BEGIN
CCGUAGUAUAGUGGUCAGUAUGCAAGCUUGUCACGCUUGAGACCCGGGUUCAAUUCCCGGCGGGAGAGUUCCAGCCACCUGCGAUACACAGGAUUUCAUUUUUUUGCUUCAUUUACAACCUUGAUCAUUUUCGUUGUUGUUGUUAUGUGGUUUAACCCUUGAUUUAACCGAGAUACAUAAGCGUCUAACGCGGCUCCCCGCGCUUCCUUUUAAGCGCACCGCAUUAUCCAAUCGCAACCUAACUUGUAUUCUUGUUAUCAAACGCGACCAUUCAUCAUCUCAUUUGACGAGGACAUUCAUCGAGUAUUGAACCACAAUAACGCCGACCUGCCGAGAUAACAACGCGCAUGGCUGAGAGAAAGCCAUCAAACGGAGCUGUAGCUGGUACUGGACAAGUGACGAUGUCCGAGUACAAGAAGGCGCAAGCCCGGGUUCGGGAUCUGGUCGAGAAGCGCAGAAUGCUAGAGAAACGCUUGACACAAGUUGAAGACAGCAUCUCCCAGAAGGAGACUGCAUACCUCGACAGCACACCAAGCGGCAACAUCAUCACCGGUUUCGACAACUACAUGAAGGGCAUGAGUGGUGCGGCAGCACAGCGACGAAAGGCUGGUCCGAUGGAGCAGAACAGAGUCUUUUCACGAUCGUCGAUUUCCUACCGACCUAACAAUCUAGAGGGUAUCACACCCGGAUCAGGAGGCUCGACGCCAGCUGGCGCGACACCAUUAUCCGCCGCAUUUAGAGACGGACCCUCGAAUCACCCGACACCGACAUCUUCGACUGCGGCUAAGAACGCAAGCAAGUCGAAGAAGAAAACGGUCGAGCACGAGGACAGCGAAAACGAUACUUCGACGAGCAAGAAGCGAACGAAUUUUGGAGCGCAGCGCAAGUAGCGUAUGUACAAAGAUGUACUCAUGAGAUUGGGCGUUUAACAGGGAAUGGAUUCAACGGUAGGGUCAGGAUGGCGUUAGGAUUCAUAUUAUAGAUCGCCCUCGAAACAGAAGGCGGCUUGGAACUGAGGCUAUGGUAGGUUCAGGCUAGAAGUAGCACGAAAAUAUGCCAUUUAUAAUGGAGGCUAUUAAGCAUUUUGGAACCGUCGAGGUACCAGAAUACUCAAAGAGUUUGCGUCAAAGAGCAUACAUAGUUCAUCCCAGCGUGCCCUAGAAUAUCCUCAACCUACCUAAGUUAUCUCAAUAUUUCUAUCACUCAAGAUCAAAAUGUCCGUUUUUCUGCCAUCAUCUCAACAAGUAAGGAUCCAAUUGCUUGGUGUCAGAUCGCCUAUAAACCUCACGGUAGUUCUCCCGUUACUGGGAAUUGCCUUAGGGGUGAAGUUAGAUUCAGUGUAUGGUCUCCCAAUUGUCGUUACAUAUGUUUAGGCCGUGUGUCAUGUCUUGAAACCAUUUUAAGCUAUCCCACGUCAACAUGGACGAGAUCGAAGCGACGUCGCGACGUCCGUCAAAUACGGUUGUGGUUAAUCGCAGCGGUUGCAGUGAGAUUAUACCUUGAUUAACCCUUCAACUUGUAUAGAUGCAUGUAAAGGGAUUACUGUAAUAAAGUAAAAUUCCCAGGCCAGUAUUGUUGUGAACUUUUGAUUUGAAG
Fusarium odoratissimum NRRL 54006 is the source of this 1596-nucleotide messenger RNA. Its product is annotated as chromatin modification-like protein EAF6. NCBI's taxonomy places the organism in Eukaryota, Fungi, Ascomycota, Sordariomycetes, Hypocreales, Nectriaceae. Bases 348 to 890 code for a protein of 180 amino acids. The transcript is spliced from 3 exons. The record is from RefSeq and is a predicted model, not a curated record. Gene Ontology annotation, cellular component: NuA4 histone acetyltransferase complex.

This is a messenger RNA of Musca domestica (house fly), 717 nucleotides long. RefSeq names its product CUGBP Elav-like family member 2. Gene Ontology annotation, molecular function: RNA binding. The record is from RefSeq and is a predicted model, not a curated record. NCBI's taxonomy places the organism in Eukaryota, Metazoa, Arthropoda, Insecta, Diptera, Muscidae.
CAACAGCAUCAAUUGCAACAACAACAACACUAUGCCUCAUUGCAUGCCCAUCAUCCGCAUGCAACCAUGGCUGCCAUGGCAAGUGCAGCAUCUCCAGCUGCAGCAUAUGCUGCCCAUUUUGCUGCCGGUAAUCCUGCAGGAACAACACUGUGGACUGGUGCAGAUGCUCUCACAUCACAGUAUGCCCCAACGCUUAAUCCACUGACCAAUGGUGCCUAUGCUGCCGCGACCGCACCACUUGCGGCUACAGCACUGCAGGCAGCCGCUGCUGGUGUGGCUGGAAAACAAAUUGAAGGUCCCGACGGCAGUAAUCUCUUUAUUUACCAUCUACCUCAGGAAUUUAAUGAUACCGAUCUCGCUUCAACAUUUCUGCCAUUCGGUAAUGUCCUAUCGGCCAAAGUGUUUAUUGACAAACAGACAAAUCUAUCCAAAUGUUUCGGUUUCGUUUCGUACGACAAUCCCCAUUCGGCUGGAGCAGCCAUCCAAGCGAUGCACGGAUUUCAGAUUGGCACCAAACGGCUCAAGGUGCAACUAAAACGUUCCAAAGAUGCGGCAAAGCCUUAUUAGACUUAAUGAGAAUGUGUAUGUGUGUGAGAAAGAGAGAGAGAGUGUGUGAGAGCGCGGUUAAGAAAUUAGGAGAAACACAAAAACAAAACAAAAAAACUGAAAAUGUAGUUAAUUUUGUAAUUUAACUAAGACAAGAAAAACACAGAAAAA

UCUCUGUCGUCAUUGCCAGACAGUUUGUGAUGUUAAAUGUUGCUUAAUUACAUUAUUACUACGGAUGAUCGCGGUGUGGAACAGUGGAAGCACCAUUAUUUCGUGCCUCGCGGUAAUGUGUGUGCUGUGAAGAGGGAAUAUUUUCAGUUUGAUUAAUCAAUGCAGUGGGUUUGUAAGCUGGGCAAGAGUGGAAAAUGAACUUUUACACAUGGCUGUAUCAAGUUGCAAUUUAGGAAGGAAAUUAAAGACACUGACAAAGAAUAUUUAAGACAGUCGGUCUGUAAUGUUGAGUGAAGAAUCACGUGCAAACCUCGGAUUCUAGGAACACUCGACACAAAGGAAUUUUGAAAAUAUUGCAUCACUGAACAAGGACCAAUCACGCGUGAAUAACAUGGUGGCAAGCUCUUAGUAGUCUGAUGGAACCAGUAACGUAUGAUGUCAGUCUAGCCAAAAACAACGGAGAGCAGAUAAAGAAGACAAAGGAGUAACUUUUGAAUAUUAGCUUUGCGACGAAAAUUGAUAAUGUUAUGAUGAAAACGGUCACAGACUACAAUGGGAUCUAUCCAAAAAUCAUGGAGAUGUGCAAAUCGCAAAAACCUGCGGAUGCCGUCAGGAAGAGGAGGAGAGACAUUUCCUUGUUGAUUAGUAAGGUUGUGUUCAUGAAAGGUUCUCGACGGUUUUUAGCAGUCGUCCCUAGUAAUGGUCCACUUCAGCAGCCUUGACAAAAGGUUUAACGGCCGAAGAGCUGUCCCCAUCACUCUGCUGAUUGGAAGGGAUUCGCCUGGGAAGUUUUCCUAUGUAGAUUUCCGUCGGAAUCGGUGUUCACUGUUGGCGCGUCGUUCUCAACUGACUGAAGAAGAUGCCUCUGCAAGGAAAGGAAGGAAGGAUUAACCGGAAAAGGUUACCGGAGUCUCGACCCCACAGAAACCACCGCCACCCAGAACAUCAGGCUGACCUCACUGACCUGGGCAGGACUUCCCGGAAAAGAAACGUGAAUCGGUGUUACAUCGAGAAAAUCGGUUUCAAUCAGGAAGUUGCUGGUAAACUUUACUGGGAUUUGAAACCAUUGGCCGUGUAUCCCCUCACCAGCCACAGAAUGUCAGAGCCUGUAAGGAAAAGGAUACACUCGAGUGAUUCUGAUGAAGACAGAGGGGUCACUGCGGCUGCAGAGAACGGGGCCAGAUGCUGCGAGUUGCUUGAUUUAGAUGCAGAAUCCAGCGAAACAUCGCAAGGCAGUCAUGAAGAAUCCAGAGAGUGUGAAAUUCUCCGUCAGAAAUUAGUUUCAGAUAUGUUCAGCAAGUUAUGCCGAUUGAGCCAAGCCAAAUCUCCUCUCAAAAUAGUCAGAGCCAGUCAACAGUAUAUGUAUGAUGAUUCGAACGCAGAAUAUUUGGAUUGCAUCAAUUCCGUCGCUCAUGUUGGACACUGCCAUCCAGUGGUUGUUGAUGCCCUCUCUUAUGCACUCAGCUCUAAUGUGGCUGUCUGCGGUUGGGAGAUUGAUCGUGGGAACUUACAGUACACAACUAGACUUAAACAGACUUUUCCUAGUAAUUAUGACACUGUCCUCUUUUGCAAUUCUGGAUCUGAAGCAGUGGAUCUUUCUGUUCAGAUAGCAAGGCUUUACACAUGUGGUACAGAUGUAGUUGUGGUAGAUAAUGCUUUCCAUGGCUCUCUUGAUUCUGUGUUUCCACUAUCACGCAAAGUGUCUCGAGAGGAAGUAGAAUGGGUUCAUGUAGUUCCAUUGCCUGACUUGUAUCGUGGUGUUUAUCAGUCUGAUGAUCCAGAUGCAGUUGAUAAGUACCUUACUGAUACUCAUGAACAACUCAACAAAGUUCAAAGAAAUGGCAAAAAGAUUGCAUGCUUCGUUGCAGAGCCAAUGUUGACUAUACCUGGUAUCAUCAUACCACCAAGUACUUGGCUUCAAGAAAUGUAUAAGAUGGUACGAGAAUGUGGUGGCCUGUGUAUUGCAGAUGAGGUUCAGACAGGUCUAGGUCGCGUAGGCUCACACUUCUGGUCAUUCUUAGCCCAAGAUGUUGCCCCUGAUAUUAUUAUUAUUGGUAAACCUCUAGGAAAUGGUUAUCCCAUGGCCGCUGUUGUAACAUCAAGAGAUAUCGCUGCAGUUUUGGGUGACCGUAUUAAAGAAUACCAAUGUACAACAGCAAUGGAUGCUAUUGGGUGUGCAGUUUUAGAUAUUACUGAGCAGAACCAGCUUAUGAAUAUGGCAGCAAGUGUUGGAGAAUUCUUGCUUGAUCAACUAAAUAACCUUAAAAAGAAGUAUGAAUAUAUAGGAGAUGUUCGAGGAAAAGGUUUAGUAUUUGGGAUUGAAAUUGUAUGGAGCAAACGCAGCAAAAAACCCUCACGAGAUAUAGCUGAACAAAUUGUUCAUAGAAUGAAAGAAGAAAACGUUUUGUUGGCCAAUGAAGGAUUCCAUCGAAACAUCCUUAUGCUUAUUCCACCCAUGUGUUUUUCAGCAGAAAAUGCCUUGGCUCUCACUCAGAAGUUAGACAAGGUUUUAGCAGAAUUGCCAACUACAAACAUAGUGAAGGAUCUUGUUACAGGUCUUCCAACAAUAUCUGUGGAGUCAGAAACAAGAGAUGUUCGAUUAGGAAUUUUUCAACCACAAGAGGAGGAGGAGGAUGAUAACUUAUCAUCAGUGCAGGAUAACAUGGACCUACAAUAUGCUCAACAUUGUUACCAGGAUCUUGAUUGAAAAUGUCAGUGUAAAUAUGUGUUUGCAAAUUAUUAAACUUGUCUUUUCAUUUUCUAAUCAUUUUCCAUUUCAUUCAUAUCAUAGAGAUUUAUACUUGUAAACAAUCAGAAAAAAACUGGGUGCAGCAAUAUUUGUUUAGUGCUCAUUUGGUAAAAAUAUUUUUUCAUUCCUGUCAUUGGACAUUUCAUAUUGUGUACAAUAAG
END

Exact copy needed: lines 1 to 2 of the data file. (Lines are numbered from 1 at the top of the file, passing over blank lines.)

CCGUAGUAUAGUGGUCAGUAUGCAAGCUUGUCACGCUUGAGACCCGGGUUCAAUUCCCGGCGGGAGAGUUCCAGCCACCUGCGAUACACAGGAUUUCAUUUUUUUGCUUCAUUUACAACCUUGAUCAUUUUCGUUGUUGUUGUUAUGUGGUUUAACCCUUGAUUUAACCGAGAUACAUAAGCGUCUAACGCGGCUCCCCGCGCUUCCUUUUAAGCGCACCGCAUUAUCCAAUCGCAACCUAACUUGUAUUCUUGUUAUCAAACGCGACCAUUCAUCAUCUCAUUUGACGAGGACAUUCAUCGAGUAUUGAACCACAAUAACGCCGACCUGCCGAGAUAACAACGCGCAUGGCUGAGAGAAAGCCAUCAAACGGAGCUGUAGCUGGUACUGGACAAGUGACGAUGUCCGAGUACAAGAAGGCGCAAGCCCGGGUUCGGGAUCUGGUCGAGAAGCGCAGAAUGCUAGAGAAACGCUUGACACAAGUUGAAGACAGCAUCUCCCAGAAGGAGACUGCAUACCUCGACAGCACACCAAGCGGCAACAUCAUCACCGGUUUCGACAACUACAUGAAGGGCAUGAGUGGUGCGGCAGCACAGCGACGAAAGGCUGGUCCGAUGGAGCAGAACAGAGUCUUUUCACGAUCGUCGAUUUCCUACCGACCUAACAAUCUAGAGGGUAUCACACCCGGAUCAGGAGGCUCGACGCCAGCUGGCGCGACACCAUUAUCCGCCGCAUUUAGAGACGGACCCUCGAAUCACCCGACACCGACAUCUUCGACUGCGGCUAAGAACGCAAGCAAGUCGAAGAAGAAAACGGUCGAGCACGAGGACAGCGAAAACGAUACUUCGACGAGCAAGAAGCGAACGAAUUUUGGAGCGCAGCGCAAGUAGCGUAUGUACAAAGAUGUACUCAUGAGAUUGGGCGUUUAACAGGGAAUGGAUUCAACGGUAGGGUCAGGAUGGCGUUAGGAUUCAUAUUAUAGAUCGCCCUCGAAACAGAAGGCGGCUUGGAACUGAGGCUAUGGUAGGUUCAGGCUAGAAGUAGCACGAAAAUAUGCCAUUUAUAAUGGAGGCUAUUAAGCAUUUUGGAACCGUCGAGGUACCAGAAUACUCAAAGAGUUUGCGUCAAAGAGCAUACAUAGUUCAUCCCAGCGUGCCCUAGAAUAUCCUCAACCUACCUAAGUUAUCUCAAUAUUUCUAUCACUCAAGAUCAAAAUGUCCGUUUUUCUGCCAUCAUCUCAACAAGUAAGGAUCCAAUUGCUUGGUGUCAGAUCGCCUAUAAACCUCACGGUAGUUCUCCCGUUACUGGGAAUUGCCUUAGGGGUGAAGUUAGAUUCAGUGUAUGGUCUCCCAAUUGUCGUUACAUAUGUUUAGGCCGUGUGUCAUGUCUUGAAACCAUUUUAAGCUAUCCCACGUCAACAUGGACGAGAUCGAAGCGACGUCGCGACGUCCGUCAAAUACGGUUGUGGUUAAUCGCAGCGGUUGCAGUGAGAUUAUACCUUGAUUAACCCUUCAACUUGUAUAGAUGCAUGUAAAGGGAUUACUGUAAUAAAGUAAAAUUCCCAGGCCAGUAUUGUUGUGAACUUUUGAUUUGAAG
Fusarium odoratissimum NRRL 54006 is the source of this 1596-nucleotide messenger RNA. Its product is annotated as chromatin modification-like protein EAF6. NCBI's taxonomy places the organism in Eukaryota, Fungi, Ascomycota, Sordariomycetes, Hypocreales, Nectriaceae. Bases 348 to 890 code for a protein of 180 amino acids. The transcript is spliced from 3 exons. The record is from RefSeq and is a predicted model, not a curated record. Gene Ontology annotation, cellular component: NuA4 histone acetyltransferase complex.